The Descent, by Thanissara. https://thanissaradharma.wordpress.com/2016/12/20/the-descent/

and this, from 1968:

When despair grows in me
and I wake in the night at the least sound
in fear of what my life and my children’s lives may be,
I go and lie down where the wood drake
rests in his beauty on the water, and the great heron feeds.
I come into the peace of wild things
who do not tax their lives with forethought
of grief. I come into the presence of still water.
And I feel above me the day-blind stars
waiting for their light. For a time I rest in the grace of the world, and am free.                         

Wendell Berry, “The Peace of Wild Things”

The Earth Spirit of This Place

2 Nov

The Earth Spirit of This Place:

Mornings here include 50 minutes of sitting meditation plus about 10 minutes of chanting in a standard Soto Zen service. Part of that service is a dedication of merit, based on a standard dedication with some particular tweaks. I’m copying part of that dedication here, for reasons which will hopefully become clear as we go along.

  • …to all dharma-protecting devas;
  • to the dharma-protecting saints;
  • to the protectors of the whole earth;*
  • to the earth spirit of this place,
  • and to the monastery-protecting spirits….
  • [for peace, harmony, donors, tranquility and sustenance for the monastic community],
  • [for deceased, sick, etc];
  • for all who have entered the ways of separation and do great harm, may they return to wholeness;*
  • to all teachers, leaders, and healers of every land and lineage; may they increase in wisdom, faith, and courage, trust in the support of all beings, and without hesitation offer the gifts of the dharma everywhere;*
  • to all who protect, sustain, replenish, and renew every kind of life, may their work flourish;*
  • to this temple and its members and benefactors;
  • to mountains, hills, valleys, plains, meadows, deserts, glaciers, oceans, lakes, rivers, streams, the whole earth and all who live upon it;*
  • to the myriad beings of the three worlds, and to all sentient beings,
  • may they equally perfect awakening.”                                   [*my words]

I’m pointing out here that it’s traditional to acknowledge the earth spirit of a place, and other spirits as well. I felt the need to name places on the earth, which might be forgotten even by those of us who recognize sentient beings including animals and plants, and to add some extra groups of humans in the dedication.

Mountains and Waters Alliance is based on this awareness of earth spirits, water spirits, tree spirits, and all of them. The Buddha acknowledged devas, tree spirits, and others, and we acknowledge them as well. The Alliance is humans vowing to support and sustain all these other beings, to join with them in protecting the earth, protecting everyone – and asks them to welcome us and work together. This is a time of crisis on the earth – the Sixth Great Extinction, time of climate change, time of violence for some, fear for some, difficulty for many. It is time for all of us to come together.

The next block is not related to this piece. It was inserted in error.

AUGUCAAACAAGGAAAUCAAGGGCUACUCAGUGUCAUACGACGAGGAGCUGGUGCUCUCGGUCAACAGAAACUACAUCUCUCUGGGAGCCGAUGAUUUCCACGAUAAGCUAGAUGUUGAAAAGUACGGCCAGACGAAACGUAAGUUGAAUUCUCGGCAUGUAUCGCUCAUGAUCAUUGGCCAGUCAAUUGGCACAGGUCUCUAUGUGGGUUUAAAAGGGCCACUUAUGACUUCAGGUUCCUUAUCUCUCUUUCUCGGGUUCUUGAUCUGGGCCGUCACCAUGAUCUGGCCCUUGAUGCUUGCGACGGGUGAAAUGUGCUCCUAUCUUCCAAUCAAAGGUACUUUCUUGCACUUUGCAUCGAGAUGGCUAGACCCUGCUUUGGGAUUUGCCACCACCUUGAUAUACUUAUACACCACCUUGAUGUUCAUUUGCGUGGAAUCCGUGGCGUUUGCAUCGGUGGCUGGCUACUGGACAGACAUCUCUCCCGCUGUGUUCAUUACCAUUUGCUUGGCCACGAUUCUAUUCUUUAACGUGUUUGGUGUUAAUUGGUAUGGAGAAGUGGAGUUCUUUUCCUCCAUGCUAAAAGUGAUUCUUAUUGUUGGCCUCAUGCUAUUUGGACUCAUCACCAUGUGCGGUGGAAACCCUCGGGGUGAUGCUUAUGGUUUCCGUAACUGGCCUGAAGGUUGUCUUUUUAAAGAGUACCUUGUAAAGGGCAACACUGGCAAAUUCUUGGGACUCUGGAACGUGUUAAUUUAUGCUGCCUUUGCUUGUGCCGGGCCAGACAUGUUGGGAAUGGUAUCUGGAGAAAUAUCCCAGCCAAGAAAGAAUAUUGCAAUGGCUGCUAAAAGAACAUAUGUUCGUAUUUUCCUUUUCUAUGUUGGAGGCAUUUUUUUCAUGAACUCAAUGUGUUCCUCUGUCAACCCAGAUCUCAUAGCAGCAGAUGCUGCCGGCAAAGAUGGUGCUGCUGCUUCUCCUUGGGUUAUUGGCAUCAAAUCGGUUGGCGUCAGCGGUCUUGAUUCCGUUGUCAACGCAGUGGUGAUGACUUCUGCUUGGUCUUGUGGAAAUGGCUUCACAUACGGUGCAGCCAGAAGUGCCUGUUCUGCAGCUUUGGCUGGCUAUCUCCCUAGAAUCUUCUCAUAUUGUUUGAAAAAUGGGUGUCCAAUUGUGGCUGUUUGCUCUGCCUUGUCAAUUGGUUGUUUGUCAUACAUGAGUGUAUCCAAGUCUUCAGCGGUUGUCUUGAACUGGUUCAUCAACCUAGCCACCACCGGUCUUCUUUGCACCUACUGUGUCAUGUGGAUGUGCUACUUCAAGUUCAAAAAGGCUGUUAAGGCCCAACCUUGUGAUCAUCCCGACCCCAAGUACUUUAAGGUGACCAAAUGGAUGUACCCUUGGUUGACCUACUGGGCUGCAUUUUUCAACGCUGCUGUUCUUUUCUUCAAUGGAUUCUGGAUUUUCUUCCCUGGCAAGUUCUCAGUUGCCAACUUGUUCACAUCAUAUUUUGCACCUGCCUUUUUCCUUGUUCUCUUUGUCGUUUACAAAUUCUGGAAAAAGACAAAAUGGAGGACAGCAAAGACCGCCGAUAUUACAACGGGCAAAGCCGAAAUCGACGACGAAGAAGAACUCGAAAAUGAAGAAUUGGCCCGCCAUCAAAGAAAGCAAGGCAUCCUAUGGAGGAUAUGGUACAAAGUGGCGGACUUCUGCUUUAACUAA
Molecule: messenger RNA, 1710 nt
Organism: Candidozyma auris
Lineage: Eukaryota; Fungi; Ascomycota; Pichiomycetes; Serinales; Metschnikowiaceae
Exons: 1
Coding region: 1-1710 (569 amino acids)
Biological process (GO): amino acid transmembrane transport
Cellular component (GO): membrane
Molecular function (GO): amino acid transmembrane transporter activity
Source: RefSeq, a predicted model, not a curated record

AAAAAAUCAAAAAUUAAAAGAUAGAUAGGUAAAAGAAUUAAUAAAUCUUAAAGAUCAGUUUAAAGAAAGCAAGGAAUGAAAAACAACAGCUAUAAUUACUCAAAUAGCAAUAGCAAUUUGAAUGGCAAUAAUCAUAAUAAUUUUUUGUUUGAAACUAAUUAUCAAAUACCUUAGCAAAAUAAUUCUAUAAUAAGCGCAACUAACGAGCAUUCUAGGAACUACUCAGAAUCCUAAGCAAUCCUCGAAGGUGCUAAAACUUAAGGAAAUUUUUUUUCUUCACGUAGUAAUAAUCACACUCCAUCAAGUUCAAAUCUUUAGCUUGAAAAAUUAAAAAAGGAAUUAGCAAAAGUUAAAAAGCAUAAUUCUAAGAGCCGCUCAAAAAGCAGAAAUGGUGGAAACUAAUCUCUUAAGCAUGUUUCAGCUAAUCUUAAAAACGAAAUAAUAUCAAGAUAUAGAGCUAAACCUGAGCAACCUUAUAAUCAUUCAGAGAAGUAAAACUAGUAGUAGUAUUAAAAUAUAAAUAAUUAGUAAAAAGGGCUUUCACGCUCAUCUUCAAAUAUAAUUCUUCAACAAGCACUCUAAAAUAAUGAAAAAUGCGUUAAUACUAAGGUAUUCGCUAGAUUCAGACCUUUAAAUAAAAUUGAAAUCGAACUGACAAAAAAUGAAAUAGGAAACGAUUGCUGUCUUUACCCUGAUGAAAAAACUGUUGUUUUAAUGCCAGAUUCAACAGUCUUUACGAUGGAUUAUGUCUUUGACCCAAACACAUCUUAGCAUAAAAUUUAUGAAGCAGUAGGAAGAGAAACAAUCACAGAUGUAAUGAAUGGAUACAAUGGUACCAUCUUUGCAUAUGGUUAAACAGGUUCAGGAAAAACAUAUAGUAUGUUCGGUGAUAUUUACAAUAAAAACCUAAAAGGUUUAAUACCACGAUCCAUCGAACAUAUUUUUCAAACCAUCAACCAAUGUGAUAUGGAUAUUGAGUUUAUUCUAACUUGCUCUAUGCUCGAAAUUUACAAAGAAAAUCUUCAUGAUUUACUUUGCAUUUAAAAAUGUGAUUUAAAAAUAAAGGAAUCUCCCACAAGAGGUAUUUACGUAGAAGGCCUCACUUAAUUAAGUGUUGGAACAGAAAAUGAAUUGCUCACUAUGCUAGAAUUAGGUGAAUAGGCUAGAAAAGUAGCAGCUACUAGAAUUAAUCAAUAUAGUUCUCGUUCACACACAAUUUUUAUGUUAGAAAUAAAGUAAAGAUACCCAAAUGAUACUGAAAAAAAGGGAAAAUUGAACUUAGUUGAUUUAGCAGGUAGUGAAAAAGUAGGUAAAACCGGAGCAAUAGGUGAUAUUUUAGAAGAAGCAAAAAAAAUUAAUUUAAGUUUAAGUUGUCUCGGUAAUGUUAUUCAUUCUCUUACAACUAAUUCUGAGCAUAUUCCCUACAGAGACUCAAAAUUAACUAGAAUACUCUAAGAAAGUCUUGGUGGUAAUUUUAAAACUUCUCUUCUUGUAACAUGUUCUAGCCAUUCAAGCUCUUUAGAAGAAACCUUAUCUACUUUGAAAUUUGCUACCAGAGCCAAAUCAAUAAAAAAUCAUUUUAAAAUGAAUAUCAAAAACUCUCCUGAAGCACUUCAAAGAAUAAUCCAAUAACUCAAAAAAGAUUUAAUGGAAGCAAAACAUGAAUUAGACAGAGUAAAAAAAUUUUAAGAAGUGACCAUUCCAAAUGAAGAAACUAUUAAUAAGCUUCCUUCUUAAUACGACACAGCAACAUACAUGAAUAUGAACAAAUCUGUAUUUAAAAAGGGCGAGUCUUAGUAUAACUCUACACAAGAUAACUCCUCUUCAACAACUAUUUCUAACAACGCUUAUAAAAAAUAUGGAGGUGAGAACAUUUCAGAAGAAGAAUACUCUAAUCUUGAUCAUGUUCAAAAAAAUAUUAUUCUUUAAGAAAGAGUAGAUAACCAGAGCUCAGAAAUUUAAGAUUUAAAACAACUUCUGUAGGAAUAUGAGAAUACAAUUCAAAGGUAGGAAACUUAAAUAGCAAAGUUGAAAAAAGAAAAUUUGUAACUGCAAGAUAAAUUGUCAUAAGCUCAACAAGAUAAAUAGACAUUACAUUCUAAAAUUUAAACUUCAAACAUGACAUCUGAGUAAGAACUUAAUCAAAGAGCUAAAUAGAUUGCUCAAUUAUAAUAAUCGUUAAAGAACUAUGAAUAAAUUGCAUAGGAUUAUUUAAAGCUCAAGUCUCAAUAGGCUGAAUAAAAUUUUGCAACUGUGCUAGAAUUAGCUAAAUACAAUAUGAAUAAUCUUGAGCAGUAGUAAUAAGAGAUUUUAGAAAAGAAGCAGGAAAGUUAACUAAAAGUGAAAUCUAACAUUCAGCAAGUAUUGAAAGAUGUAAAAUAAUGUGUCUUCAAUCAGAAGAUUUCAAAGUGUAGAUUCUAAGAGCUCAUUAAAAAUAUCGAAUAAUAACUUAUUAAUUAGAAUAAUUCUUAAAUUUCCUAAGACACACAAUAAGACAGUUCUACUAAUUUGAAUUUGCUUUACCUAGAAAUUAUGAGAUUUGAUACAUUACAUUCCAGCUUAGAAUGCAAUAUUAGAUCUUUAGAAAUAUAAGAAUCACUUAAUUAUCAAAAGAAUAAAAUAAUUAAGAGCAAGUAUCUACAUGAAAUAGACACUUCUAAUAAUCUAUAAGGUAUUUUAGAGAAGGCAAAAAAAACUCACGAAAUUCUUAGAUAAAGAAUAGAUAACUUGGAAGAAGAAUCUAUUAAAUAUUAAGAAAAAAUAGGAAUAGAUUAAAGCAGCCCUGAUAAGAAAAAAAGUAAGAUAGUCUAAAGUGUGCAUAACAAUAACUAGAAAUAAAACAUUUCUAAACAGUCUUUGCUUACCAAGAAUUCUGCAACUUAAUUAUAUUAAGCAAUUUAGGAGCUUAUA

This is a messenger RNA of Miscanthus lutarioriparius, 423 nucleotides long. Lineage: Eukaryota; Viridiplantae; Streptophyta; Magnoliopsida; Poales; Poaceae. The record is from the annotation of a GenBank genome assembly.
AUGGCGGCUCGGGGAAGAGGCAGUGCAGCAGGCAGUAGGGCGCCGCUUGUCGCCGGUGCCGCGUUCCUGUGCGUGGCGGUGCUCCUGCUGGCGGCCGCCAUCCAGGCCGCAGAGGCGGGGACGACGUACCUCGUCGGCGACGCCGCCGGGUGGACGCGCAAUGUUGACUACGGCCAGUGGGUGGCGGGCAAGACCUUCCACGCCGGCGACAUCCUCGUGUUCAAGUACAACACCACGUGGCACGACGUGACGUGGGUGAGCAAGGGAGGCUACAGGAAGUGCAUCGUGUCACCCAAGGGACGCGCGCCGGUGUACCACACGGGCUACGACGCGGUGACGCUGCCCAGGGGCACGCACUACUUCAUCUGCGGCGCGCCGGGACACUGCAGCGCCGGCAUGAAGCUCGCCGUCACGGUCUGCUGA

Yesterday I walked around the land with some friends who see nature spirits and feel what they call subtle energies. Today I walked again, alone, visiting some of the same, and felt aliveness and consciousness everywhere. (One might say I imputed consciousness, but one might also say others impute lack of it.) I am reminded of the time when I walked the land, on the last day of sesshin, and found myself asking for help from the trees, the hills, the birds, the mosquitoes, the earth and rocks, the water and air, all living things – and feeling a reply from them. That walk was the origin of Mountains and Waters Alliance. I could name the vow but not name any action.

Now I envision a step toward forming alliance with mountains, waters, and all beings:

We dedicate some time, next spring, to listening and connecting with the spirits of this place. This would include walks in the woods and by the river and creeks, under the pines. We might create shrines. We might create camping spaces and sleep on the earth. We would surely work in the woods, tending to the movement of water and erosion, bringing in beneficial species and removing invaders, while ourselves learning intimacy with these places, place spirits, beings. And we would tend to the orchard and berries and gardens in the spirit of communion rather than profit. We might live very much as community. Surely we would do formal meditation, traditional ceremony, as well as creating our own as we listen to the spirits of this place. We would invite teachers, teachers of plants and wilderness, of Dharma, of chanting and ceremony, of gardening, of subtle energies – and their teaching would enrich the community.

We do this some time after the bitter cold is gone and before the mosquitoes arrive. Some of us are here for the whole time, some come for weekends, some come as they can. We hold council from time to time, both as needed for the human community, and as called for to find alliance.

That thought, alliance, was once translated into the Dakota language as “We will hold you forever in our hearts.” From this, appropriate response can arise.

And…

I should mention the fundraiser is still going on, $2534 from our goal, donations of any size welcome. Work days November 14 and December 12. With volunteers welcome almost any time. Future work days, classes and retreats to be scheduled.

Blessings. Love.

Shodo